I’m just going to start this post with saying that it has taken a long time to get where I am today. I have battled with aches, pains, sore legs, drastic changes in weather, stress in all aspects of my life, changes in diet, changes in my sleeping habits, and lastly, my kryptonite… TWICE (aka bronchitis). I managed to catch a cold a week ago Friday, and was really bummed because I was concerned that it would affect my running, and potentially lead to another bout of bronchitis. I was able to fend off the cold with Zicam, cough and cold syrup, enough orange juice to choke a horse, and enough Vicks vaporub to put in my humidifier, on my nose and chest to make me breathe enough each night to sleep ok. Not decently, but ok. Mind you, I was supposed to be getting 8-9 hours of sleep each night this past week so that I was fully rested for the race today. I just shake my head when it comes to that thought. I barely get 7 hours of sleep on a decent night when I’m not sick… 8-9 hours was wishful thinking, but somehow I managed to sleep decently for both Thursday and Friday nights. This was definitely a blessing in disguise because I was fighting hard all week to get this cold out of my system and for two solid weeks prior to this week, I had not been sleeping soundly, if at all, due to a number of stressors in my life. Regardless, there were several obstacles that I had to overcome to get to today’s race: Seashore Nature Trail 50k.
This 50k has been on my bucket list since I ran my first marathon in OBX last year, and I have been working towards it since I started training this year. I started the year off with 3 half marathons, took a month off, and dove right into building a base of about 20 miles or more a week before I started the actual training for the ultra with my coach, Sam. This summer was extremely hot and humid, and it was a struggle to get miles in when it was even cool enough to run.
My coach has taught me so much about endurance running. I thought I knew a lot about running. What I didn’t realize was that I could change the way I train, and not only get faster, but run farther and longer than I ever have. I can also tackle hills effortlessly instead of walking over them or feeling a burn in my legs that makes me want to stop. Hill repeats, split negatives, back to back long runs, and easy runs are all what it took for me to get to the race today. As much as I have run my whole life, you would think I would know that changing things up will only help you, and not necessarily hurt you (well, unless you don’t take trail running seriously… you may roll an ankle!) But sometimes, it takes another person to show you the ropes, teach you how to do something, and let you take over in order to understand why change can benefit you in training.
But now I’m off on a tangent. I was concerned about the weather for today’s race because all week it was calling for rain, but as it got closer to today, the weather forecast was calling for mid-50s by the time I was half way through my race. The only bad thing about this is that Friday night’s low was in the 30s, which meant that I started the race in the 30s this morning. I layered up in a way that I knew I could ditch some clothes as I warmed up and moved along in the race. Warming up wasn’t so bad once I got moving, but I definitely started out with my gloves.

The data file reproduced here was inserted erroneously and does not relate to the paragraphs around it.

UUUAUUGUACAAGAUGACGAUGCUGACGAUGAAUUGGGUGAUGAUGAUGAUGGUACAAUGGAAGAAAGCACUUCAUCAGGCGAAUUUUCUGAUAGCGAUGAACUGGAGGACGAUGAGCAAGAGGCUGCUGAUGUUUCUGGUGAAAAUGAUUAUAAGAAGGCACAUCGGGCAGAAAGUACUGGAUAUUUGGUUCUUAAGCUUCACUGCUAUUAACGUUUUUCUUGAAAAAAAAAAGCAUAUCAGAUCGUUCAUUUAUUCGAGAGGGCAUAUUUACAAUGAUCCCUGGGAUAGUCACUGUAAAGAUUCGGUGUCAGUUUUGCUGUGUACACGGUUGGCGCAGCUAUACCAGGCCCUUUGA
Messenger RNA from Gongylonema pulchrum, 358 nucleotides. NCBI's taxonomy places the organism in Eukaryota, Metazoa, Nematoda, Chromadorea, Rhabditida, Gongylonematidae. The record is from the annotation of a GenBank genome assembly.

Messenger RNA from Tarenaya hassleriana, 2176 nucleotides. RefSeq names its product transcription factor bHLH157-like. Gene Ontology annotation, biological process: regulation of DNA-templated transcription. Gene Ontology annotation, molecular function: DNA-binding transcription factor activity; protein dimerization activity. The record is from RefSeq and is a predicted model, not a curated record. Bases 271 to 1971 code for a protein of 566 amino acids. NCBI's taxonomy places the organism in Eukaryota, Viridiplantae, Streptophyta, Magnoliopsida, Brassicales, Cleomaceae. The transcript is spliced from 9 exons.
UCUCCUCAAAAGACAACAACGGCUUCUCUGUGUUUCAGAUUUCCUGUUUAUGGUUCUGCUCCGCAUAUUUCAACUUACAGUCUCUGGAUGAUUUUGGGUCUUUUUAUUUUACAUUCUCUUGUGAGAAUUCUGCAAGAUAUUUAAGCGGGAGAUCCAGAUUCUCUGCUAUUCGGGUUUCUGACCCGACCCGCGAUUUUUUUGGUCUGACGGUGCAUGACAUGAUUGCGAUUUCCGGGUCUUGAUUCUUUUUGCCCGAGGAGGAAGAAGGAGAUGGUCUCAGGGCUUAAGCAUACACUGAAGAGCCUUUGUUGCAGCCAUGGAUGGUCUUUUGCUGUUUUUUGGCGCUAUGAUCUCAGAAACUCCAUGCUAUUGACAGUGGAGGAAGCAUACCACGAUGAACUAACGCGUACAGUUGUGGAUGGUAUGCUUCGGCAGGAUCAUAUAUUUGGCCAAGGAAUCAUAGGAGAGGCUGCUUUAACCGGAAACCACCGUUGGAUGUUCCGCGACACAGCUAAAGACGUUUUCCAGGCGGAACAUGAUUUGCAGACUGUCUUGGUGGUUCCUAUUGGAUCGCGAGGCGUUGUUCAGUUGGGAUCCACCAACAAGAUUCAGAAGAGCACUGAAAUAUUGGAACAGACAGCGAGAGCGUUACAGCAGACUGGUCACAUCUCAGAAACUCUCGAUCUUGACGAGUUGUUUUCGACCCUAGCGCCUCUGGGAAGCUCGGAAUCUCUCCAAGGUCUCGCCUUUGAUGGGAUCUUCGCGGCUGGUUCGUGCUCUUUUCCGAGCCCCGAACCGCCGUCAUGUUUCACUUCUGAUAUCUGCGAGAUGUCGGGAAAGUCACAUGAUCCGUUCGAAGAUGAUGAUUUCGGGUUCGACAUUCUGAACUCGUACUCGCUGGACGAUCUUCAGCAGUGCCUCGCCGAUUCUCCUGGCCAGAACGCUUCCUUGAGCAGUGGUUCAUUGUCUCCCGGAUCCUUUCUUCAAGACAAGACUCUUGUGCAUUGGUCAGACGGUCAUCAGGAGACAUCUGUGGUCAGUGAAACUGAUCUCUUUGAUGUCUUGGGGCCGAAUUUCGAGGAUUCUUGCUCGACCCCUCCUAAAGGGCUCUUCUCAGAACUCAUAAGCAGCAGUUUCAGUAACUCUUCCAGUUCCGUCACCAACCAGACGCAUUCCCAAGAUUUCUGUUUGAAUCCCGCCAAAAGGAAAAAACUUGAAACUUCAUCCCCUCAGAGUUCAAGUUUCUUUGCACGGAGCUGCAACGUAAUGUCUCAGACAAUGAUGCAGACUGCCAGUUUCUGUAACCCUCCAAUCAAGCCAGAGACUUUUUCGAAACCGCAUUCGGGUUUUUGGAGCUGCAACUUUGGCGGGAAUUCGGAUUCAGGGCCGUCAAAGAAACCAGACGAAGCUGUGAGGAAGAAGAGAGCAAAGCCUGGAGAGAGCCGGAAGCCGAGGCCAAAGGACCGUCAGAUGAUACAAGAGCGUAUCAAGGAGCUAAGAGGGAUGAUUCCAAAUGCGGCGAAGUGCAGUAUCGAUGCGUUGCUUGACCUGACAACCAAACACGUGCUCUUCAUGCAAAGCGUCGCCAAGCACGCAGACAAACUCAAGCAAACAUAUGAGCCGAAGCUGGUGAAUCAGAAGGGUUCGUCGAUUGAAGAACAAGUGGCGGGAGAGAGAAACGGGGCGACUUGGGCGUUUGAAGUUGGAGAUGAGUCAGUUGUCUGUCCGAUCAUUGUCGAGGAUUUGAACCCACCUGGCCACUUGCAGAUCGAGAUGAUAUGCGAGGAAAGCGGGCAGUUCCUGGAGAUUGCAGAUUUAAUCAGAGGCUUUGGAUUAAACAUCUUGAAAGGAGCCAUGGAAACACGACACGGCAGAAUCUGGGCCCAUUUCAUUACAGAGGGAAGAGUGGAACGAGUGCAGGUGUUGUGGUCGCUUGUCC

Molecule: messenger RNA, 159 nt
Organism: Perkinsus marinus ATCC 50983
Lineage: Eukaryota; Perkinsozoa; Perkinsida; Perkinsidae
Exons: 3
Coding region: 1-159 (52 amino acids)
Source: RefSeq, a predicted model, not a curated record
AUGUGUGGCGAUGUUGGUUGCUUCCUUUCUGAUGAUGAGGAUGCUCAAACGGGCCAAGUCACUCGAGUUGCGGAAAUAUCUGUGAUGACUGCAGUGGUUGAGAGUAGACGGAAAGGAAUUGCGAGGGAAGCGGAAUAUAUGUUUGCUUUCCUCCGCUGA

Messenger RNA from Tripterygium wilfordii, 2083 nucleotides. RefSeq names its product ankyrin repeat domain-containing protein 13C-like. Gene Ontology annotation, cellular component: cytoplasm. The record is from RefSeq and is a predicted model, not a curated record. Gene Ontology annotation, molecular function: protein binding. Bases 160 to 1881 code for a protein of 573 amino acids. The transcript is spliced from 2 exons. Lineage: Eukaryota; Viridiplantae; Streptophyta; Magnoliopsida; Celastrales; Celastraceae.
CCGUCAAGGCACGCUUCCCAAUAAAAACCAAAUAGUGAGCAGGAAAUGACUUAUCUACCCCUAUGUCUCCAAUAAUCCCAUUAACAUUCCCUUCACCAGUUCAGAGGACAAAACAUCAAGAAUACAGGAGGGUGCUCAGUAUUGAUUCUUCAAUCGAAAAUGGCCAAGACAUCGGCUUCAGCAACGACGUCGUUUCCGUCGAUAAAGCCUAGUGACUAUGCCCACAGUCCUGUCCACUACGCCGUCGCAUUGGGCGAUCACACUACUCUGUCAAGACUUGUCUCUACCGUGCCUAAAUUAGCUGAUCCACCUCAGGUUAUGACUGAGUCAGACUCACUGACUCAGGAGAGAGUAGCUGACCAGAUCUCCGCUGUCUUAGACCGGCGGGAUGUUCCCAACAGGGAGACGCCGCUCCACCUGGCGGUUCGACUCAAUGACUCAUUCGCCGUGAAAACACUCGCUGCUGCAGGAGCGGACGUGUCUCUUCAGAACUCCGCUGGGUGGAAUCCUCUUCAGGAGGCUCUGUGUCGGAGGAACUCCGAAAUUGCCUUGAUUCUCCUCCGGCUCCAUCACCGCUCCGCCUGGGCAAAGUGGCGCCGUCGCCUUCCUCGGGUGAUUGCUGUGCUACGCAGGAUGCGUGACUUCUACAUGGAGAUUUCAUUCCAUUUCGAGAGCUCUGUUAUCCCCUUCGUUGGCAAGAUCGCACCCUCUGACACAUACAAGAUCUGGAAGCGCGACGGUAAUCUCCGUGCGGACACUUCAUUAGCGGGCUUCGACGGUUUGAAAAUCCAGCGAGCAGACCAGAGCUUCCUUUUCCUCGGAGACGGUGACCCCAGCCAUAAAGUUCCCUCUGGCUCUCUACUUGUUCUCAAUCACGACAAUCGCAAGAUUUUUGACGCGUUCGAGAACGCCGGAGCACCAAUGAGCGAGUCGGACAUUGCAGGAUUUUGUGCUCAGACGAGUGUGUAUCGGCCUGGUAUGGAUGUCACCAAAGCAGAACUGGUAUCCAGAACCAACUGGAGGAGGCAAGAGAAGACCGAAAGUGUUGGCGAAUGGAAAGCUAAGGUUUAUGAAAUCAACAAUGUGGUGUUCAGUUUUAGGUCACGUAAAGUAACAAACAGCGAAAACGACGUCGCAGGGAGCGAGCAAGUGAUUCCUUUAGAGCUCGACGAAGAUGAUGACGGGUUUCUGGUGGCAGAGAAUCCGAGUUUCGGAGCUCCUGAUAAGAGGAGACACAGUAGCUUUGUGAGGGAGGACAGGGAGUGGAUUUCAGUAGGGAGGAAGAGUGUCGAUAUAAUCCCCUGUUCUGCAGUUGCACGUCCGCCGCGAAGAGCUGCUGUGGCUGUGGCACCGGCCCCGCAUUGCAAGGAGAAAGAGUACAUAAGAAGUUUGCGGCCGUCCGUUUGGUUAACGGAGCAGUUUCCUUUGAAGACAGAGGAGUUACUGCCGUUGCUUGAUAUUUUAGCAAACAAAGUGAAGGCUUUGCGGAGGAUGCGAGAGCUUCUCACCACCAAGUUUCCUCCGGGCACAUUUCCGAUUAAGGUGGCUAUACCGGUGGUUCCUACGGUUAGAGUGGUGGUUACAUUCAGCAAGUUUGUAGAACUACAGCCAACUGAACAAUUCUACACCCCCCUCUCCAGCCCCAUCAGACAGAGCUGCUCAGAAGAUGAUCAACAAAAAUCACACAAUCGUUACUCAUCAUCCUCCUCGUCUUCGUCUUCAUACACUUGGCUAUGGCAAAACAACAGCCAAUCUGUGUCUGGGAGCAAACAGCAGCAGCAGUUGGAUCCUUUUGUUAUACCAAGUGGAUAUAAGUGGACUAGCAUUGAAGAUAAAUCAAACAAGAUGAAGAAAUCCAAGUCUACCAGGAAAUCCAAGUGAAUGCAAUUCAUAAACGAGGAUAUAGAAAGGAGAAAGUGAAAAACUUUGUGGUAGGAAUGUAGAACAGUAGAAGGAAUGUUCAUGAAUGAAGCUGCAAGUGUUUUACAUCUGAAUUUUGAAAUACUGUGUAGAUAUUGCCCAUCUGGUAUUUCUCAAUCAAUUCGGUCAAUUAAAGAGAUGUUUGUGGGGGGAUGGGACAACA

I was ecstatic about how many of my friends wanted to come out to be there for me today, and I am so grateful that each of them waited for me at each of the aid stations to cheer me on, take my many layers of clothes, and feed me as I moved along in this race. Thank you to those who came out to the race… Leigh, Lindsey, Rachael, Frank, Kathleen, Rebecca, Mary, and Chris… It’s kind of fun having a posse for the biggest race of my life! 🙂
I hugged all my friends as they announced that the race was about to begin and got into the area where we had to line up to begin. I almost had a mishap with the start of the race because I didn’t pick up my timing chip right away. I looked around at the start and realized that all of these runners had these chip things attached to their ankles. I asked a fellow runner where I would get one, and he pointed me in the right direction to pick up the race chip assigned to my bib number: 300. I was nervous I was going to be super late, but just as the women attached the chip to my ankle, they yelled for us to go. We had to cross the starting mats to activate our running chips, so I could have started at any given time, even if I had been late. As it was, I started at the back of the pack, but it worked out for me because I wasn’t feeling crowded, and I easily navigated my way to the group of runners who were running a pace I felt comfortable with. I woke up this morning with my right calf being tight, and I certainly felt it as I was running along for the first 6 miles. I had hoped that it would loosen up as I moved along, and it finally did. The last thing I wanted was to run the biggest race of my life with a charlie horse the whole way.